Talk360, a South African startup, raised $4 million in a round led by HAVAÍC, a South Africa-based firm. Talk360’s product is an app that enables phone calls across Africa. But the company’s ambition is to integrate various payment methods to make money transfer fast and easy.

Quartz Gems

China is no longer India’s largest trading partner

That title now goes to the US. Bilateral trade between the US and India stood at $119.4 billion in the financial year ending March 2022, ousting China from the top spot—up from $80.5 billion the year before.

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It’s not the first time the countries have leapfrogged one another in the rankings: China most recently took the top trading spot from the US in 2020.

It’s likely that bilateral trade between India and the US will continue to grow. India is part of the newly formed, US-led Indo-Pacific Economic Framework (IPEF). The 14-country economic agreement, which does not include China, aims to strengthen US alliances and economic cooperation in the region

a red inflatable tube man with two eyes and a smiling mouth as well as some fringe hair
Image: Eric Helgas, styling by Alex Citrin-Safadi

The price isn’t right. If you’ve paid for pretty much anything in the past six months, you might have noticed a few changes. Meat prices are up. Fruit prices are up. Electricity prices are up. Furniture prices are up. Car prices are up. Rent is up. Gas is up. Everything’s up! But figuring out why inflation happens is harder than you might think. 🎧  Learn more with this week’s episode of the Quartz Obsession podcast.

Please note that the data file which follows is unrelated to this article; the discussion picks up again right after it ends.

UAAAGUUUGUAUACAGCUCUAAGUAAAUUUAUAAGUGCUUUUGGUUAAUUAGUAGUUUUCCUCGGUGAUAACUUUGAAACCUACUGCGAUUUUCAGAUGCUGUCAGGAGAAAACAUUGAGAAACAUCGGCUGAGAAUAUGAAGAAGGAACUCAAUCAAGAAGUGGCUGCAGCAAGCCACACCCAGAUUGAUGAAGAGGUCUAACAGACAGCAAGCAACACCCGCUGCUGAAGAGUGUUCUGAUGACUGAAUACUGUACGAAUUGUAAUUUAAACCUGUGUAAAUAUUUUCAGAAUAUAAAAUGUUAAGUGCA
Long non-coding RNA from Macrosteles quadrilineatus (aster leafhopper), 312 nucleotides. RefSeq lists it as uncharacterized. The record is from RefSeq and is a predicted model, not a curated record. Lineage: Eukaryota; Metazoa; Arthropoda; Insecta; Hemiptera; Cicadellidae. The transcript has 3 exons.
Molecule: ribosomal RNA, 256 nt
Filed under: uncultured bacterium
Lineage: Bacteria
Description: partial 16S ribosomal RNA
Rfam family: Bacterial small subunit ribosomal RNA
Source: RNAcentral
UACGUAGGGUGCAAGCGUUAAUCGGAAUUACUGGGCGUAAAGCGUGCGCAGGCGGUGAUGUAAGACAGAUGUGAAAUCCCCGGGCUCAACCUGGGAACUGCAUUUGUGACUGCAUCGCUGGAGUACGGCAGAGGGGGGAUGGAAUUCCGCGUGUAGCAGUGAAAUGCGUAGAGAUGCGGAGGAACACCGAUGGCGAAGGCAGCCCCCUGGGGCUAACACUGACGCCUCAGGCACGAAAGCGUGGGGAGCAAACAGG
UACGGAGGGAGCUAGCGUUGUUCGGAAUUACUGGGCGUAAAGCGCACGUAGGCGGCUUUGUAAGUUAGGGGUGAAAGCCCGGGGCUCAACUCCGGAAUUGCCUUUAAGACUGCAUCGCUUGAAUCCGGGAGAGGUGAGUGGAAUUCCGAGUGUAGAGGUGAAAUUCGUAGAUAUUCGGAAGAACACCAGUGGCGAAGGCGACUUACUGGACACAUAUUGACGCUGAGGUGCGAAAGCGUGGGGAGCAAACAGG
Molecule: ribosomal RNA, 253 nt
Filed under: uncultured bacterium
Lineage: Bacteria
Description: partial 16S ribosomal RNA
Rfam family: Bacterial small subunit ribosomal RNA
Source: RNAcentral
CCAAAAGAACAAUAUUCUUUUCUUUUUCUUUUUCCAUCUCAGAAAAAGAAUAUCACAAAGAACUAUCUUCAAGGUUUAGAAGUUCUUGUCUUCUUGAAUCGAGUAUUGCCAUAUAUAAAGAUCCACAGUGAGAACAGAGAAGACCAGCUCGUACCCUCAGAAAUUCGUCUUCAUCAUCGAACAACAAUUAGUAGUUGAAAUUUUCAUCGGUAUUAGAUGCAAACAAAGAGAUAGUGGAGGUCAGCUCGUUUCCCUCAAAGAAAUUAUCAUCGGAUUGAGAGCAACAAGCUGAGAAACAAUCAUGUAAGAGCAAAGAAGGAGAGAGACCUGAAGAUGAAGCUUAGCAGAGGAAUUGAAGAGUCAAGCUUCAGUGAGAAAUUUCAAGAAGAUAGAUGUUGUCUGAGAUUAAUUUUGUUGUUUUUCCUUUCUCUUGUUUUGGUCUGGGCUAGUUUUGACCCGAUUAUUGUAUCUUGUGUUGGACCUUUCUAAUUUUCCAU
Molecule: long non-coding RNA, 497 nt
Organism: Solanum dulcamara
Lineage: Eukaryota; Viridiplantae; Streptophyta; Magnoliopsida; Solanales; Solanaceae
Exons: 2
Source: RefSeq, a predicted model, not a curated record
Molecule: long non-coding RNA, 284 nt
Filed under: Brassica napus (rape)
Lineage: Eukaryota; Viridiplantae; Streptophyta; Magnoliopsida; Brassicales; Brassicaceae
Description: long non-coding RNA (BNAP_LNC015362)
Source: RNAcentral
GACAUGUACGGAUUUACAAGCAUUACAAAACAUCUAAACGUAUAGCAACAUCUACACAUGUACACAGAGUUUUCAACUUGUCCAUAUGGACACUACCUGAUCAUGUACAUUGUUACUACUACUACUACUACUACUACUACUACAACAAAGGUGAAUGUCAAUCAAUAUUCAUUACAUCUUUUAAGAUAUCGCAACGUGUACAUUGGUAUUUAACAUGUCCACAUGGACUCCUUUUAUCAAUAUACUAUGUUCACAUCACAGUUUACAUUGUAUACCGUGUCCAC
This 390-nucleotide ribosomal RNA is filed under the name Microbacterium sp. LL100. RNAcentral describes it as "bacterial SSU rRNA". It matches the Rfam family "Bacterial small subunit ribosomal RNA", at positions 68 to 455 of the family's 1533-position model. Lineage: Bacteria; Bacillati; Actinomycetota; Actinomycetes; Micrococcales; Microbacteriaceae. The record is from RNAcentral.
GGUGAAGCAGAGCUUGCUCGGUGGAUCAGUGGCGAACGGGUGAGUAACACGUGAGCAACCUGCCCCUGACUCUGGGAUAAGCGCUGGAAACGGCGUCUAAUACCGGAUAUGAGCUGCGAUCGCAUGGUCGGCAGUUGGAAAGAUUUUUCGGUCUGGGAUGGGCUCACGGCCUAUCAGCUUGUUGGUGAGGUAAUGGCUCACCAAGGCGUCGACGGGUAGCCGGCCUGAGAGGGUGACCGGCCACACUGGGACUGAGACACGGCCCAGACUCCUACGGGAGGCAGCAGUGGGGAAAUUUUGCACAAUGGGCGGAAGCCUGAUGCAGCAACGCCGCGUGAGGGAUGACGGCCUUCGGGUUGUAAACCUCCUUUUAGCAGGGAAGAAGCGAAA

Listen on: Apple Podcasts | Spotify | Google | Stitcher

Other things we liked

Tanzania is preparing for 5G rollout. Tanzania is following in the footsteps of its eastern Africa peers Kenya, Uganda, and Ethiopia in the auction for 5G spectrum. Alex Malanga of The Citizen reports why the government is keen on this technology.

You can view Sudan’s pyramids from your home. Google is working with Unesco to offer users virtual tours of the Pyramids of Meroe in Sudan through immersive technologies. The National News’s Alvin Cabral explains how it works.

How did 400 elephants die in Botswana? This is the question that the Botswana government is struggling to find answers to after a series of investigations. Jonathan Moens of The National Geographic reports  on this mystery in the Okavango Delta.

Drones communication comes to Malawi. Drone manufacturer Wingcopter has chosen Malawi as its entry point to Africa. Its communication system is expected to help drone pilots deliver drugs to those who live on otherwise impassable roads in rural Malawi, Suas News reports.

Mali finds itself in the Russia-Ukraine muddle. After Mali accused France of orchestrating a massacre in the past decade, Russia is supporting former’s push to hold the latter accountable. Ramzy Baroud of the Middle East Monitor explains this curious partnership.


Get financed in your disruptive technology project. Do you live in Egypt or South Africa? You stand a chance to receive funding for your health, agriculture, water, or renewable energy project. (July 30)

Financing small but growing businesses. Grofin Grants is looking to finance operations for 80-100 small businesses per year at a total cost of $100 million. They should be based in Nigeria, Ghana, Zambia, Egypt, South Africa, Kenya, Tanzania, Rwanda, or Uganda. (Year-round)

🎵 This brief was produced while listening to “Muziki Tamu (Caiiro Remix)” by Valexx ft. Idd Aziz (Kenya/South Africa)

Our best wishes for a productive and ideas-filled week ahead. Please send any news, comments, suggestions, ideas, green bitcoin, and Starlink kits to You can follow us on Twitter at @qzafrica for updates throughout the day.